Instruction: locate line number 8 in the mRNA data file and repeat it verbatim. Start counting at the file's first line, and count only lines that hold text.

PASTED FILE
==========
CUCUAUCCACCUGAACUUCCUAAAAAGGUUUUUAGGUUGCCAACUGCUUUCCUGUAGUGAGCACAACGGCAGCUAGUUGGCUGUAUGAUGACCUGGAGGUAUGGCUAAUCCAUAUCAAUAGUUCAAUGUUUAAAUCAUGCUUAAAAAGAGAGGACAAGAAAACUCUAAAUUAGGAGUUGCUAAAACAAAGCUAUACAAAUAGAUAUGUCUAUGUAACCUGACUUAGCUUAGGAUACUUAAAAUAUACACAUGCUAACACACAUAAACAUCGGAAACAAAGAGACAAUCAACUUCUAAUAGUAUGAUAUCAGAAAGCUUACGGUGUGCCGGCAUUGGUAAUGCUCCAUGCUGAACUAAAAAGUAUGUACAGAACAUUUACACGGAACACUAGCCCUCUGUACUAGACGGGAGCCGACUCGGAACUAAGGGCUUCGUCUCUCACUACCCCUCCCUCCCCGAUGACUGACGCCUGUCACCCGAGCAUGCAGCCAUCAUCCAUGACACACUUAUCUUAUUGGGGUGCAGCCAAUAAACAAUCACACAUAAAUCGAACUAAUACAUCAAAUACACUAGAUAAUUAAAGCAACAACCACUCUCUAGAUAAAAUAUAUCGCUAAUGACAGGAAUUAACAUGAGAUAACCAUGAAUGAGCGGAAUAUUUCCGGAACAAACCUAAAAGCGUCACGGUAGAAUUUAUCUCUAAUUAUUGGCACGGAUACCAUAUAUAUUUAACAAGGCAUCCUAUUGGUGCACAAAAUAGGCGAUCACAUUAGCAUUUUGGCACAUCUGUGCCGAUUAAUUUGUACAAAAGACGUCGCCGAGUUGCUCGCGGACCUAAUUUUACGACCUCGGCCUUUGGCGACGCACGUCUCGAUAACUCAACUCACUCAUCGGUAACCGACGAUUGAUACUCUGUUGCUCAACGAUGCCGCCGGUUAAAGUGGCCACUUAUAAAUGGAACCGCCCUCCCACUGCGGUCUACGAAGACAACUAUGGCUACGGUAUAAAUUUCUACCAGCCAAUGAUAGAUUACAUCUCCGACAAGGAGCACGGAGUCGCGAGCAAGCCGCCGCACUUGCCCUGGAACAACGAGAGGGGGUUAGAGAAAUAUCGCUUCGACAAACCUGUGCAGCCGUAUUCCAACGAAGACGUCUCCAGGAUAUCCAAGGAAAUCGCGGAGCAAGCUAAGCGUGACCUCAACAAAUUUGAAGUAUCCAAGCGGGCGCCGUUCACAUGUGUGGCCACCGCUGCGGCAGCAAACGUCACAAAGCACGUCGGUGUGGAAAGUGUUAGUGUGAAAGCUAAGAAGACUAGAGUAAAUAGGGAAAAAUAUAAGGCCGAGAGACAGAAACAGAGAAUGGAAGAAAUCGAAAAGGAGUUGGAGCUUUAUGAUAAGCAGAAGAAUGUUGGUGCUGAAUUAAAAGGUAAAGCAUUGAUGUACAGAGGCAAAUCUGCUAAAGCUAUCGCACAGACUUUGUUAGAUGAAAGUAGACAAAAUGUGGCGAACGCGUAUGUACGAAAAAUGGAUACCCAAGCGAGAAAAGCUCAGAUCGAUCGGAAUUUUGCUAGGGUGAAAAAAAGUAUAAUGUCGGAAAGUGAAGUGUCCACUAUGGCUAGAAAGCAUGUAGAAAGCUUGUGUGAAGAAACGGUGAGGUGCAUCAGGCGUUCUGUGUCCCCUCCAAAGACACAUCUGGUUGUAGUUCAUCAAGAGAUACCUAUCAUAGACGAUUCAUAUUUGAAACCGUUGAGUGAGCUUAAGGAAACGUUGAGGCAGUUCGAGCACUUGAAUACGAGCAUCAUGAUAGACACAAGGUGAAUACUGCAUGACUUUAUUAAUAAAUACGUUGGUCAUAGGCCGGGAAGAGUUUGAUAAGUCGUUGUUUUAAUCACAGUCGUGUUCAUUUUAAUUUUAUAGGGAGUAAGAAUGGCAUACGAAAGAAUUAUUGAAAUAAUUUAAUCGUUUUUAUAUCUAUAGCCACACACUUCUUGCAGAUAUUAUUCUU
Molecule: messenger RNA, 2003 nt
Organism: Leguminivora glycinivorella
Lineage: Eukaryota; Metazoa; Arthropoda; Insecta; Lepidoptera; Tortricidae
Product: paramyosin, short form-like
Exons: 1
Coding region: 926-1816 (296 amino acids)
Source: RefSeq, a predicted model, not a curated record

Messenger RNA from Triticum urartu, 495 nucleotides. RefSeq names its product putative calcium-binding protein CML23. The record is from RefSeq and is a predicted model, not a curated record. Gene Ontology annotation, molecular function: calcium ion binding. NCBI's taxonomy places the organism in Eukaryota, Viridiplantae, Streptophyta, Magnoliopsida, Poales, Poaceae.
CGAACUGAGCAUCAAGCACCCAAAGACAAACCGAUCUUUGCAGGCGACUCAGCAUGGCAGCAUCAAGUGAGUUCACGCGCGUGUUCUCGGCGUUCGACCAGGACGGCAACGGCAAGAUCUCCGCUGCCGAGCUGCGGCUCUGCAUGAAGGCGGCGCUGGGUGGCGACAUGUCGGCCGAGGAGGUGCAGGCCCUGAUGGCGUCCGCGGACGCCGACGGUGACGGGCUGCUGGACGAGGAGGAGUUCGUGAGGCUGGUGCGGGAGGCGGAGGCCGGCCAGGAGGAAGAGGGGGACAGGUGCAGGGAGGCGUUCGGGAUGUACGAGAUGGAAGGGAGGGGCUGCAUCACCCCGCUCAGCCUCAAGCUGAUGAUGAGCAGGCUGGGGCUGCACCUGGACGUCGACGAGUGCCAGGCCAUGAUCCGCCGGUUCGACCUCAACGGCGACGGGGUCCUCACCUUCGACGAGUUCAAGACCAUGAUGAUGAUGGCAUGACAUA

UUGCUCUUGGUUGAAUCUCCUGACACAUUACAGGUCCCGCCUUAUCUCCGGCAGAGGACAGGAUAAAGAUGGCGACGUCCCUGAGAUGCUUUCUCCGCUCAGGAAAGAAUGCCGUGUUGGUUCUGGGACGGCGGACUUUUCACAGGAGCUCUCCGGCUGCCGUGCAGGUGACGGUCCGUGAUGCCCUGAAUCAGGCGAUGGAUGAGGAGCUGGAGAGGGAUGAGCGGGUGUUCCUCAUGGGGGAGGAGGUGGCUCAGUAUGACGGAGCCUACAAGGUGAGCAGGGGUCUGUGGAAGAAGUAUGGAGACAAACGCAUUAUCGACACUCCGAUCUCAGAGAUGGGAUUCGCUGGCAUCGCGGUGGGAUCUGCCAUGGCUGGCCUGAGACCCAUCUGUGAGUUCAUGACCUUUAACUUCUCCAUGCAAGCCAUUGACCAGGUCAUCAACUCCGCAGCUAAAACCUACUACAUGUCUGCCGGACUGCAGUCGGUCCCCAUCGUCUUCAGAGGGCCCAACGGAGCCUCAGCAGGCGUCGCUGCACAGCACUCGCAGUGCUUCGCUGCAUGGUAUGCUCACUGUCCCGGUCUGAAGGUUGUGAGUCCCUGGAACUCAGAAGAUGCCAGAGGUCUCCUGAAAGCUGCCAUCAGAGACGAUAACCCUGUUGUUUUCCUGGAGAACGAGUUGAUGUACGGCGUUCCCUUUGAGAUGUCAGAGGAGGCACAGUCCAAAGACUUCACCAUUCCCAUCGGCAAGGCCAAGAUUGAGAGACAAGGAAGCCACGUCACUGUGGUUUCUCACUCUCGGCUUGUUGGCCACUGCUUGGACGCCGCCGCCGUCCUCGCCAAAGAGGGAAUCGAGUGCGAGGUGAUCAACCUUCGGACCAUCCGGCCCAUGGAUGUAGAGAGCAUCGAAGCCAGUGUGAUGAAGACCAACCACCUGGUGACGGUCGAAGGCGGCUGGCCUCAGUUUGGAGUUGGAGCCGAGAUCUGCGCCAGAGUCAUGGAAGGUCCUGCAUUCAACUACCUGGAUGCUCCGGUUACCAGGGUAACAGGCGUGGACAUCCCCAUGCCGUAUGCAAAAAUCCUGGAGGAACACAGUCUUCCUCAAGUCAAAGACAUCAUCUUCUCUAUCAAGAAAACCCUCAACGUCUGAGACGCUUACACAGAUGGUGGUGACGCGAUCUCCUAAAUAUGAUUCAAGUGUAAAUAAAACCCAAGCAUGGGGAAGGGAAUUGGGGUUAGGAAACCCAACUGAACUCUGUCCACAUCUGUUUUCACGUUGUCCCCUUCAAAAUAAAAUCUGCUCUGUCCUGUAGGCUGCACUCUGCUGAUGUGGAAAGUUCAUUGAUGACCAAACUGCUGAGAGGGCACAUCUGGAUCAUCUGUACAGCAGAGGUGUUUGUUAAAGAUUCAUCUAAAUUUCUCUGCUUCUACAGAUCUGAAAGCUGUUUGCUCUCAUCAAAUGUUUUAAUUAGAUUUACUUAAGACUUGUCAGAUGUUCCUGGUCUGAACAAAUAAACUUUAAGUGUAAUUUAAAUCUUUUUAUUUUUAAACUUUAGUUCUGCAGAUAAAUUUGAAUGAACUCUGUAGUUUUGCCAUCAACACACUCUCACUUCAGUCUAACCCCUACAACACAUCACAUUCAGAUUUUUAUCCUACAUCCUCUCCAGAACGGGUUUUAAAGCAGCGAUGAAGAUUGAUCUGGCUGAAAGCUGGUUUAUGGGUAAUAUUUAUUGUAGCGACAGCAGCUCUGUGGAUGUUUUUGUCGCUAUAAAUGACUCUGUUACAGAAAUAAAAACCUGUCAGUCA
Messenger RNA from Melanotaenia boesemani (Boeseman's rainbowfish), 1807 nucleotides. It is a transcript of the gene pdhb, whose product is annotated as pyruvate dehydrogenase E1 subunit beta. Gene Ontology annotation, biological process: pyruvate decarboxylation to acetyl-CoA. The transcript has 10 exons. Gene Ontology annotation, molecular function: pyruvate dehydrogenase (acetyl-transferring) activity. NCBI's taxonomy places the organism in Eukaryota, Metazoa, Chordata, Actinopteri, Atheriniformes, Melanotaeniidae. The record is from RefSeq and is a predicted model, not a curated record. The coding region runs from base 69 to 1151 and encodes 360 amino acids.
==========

Source: RefSeq, a predicted model, not a curated record